IRINGA, 7 November 2013 (IRIN) - For more than a decade Tanzania has been wooing foreign investors to help modernize and reinvigorate its agricultural sector - which engages about 80 percent of the population - as a way of boosting national development.
DAR ES SALAAM, 26 déc (IPS) - A partir de janvier 2013, la Tanzanie débutera la restriction de la taille des terres qui peuvent être "cédées" uniquement aux grands investisseurs étrangers et locaux à des fins agricoles.
Cette décision intervient suite aux critiques locales et internationales selon lesquelles de grands investisseurs s'emparent ici de grandes portions de terre, délogeant souvent de petits agriculteurs et des communautés locales.
Tanzania has set a ceiling for investors wanting to buy its agricultural land, a move welcomed by land rights campaigners
The financial collapse of a project by UK-based Sun Biofuels shows how the development dream can quickly turn into a nightmare for local people. Land and water resources that had been held collectively is now fenced off from villagers while the promises of infrastructure, jobs and better life never materialized. Redeye host Lorraine Chisholm speaks with Frederic Mousseau, policy director at the Oakland Institute.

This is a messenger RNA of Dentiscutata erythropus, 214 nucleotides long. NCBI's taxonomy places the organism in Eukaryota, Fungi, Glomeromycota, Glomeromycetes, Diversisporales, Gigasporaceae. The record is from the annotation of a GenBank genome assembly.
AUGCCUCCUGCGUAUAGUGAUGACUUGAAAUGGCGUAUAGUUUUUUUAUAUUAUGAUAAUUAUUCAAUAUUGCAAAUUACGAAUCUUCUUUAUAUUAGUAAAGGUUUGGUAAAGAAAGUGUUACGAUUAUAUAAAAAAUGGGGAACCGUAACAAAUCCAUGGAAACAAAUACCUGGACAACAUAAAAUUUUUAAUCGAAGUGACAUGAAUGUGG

A new brief examines the situation on the ground a year after Sun Biofuels bankruptcy
The Tanzanian government has put agriculture at the forefront of its development agenda through its “kilimo kwanza” (agriculture first) initiative, which was established in 2009. For a country like Tanzania, which is gifted with a rich diversity of natural and human resources and has a
population that is still largely rural, investment in agriculture can offer considerable development potential. In recent years, the production of agrofuels by foreign energy companies has been a growing area of...
Recorded on 8/28/12 on AgriSol with Anuradha Mittal of Oakland Institute and Tim Schwab of Food & Water Watch.
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By Linh Ta
On Aug. 23, the Iowa Ethics and Campaign Disclosure Board decided to drop an ethics complaint filed by the Iowa Citizens for Community Improvement (CCI) against Iowa Board of Regents member BruceRastetter. The complaint stemmed from Rastetter’s business project in Tanzania, which CCI felt was a conflict of interest.